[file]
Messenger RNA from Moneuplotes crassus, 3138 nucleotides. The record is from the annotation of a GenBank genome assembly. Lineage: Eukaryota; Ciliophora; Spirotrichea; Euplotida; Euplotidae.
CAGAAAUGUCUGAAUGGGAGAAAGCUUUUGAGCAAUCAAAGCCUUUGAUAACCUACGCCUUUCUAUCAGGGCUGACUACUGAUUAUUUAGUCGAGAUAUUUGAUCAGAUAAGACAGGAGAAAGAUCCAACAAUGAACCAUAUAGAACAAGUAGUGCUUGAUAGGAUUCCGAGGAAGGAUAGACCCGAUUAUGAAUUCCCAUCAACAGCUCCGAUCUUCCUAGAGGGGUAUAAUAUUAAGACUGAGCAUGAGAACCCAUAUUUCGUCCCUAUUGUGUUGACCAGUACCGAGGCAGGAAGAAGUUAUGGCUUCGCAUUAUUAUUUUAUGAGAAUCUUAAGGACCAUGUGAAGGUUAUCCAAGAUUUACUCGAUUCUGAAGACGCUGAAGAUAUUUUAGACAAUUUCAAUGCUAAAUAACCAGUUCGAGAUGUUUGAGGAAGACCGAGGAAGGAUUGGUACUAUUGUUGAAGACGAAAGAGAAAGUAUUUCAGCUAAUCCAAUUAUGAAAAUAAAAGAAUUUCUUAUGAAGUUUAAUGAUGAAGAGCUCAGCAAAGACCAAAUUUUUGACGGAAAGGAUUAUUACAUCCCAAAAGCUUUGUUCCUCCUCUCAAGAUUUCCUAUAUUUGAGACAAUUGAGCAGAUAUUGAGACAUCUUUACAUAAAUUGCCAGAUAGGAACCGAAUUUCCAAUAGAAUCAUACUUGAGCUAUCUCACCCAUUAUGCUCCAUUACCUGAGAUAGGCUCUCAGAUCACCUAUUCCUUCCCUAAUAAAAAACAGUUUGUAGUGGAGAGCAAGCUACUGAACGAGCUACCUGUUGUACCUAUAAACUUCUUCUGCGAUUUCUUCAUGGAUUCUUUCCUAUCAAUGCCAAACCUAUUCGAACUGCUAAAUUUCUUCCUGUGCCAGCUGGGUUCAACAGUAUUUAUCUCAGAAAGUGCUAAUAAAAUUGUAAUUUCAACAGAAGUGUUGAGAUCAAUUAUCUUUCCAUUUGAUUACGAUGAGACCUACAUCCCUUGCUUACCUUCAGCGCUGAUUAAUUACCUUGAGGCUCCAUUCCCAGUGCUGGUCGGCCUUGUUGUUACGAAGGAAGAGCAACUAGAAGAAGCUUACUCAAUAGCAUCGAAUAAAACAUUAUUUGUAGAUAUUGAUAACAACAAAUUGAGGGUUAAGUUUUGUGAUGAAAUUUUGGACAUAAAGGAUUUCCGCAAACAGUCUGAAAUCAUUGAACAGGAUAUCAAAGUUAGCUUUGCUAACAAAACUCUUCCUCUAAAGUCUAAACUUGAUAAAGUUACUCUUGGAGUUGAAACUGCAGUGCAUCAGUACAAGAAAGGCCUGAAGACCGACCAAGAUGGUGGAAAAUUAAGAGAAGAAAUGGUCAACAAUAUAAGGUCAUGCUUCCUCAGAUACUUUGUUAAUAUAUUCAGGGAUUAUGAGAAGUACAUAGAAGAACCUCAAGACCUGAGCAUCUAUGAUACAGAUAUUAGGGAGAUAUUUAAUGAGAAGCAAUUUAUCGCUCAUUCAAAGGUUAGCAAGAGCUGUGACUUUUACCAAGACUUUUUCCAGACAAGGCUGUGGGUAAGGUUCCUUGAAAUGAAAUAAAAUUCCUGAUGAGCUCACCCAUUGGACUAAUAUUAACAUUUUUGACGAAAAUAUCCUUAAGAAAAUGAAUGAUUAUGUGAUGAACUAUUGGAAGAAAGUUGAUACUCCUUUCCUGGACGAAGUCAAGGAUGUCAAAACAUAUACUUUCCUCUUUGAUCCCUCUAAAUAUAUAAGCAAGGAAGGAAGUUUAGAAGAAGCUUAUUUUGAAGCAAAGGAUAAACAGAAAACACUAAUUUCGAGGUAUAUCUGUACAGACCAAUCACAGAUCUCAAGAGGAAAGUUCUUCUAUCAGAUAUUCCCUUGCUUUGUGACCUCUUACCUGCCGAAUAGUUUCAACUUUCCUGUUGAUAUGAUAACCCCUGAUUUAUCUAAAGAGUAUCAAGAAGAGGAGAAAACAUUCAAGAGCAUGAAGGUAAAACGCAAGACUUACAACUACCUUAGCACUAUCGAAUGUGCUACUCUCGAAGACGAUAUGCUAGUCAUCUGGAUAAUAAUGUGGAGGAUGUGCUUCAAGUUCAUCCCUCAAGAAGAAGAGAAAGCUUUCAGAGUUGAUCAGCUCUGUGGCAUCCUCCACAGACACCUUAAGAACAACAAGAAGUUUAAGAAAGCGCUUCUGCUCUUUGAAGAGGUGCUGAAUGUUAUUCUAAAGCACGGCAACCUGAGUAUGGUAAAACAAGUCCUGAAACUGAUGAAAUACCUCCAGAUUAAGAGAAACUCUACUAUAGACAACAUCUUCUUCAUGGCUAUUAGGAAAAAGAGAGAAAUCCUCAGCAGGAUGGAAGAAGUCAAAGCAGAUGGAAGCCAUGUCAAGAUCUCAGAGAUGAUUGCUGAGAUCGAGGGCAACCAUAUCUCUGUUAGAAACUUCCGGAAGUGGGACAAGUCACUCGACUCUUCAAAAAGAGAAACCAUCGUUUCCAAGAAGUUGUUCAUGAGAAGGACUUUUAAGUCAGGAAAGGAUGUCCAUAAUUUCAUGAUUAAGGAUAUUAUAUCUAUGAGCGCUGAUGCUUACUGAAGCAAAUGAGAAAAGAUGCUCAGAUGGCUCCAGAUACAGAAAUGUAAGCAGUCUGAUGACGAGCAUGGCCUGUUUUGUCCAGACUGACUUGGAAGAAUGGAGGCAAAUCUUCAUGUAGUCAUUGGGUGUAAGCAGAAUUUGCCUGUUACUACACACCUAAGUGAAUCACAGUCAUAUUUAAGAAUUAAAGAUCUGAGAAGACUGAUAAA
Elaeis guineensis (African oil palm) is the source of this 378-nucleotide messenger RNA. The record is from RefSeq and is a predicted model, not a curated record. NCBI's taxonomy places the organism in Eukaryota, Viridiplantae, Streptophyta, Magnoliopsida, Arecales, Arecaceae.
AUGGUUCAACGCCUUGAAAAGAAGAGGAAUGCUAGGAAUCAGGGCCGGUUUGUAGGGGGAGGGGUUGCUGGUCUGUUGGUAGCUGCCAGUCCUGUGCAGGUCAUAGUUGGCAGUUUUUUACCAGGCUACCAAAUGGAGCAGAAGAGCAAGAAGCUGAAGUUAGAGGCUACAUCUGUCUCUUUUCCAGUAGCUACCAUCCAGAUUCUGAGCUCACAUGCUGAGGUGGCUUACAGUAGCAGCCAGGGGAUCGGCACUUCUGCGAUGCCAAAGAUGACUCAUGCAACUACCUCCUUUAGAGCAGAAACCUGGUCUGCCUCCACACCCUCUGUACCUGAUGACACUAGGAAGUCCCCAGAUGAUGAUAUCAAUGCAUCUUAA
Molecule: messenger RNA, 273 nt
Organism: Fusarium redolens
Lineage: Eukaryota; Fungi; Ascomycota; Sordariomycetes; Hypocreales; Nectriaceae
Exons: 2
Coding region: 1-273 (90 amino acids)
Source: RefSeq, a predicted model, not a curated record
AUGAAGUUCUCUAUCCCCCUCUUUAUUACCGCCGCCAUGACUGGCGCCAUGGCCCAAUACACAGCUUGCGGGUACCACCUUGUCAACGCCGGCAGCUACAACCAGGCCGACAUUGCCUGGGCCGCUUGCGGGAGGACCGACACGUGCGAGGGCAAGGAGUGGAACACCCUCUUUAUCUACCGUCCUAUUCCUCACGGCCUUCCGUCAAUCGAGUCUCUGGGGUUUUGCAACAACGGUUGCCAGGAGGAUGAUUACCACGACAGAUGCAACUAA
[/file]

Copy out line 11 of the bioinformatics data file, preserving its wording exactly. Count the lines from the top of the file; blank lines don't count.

AUGAAGUUCUCUAUCCCCCUCUUUAUUACCGCCGCCAUGACUGGCGCCAUGGCCCAAUACACAGCUUGCGGGUACCACCUUGUCAACGCCGGCAGCUACAACCAGGCCGACAUUGCCUGGGCCGCUUGCGGGAGGACCGACACGUGCGAGGGCAAGGAGUGGAACACCCUCUUUAUCUACCGUCCUAUUCCUCACGGCCUUCCGUCAAUCGAGUCUCUGGGGUUUUGCAACAACGGUUGCCAGGAGGAUGAUUACCACGACAGAUGCAACUAA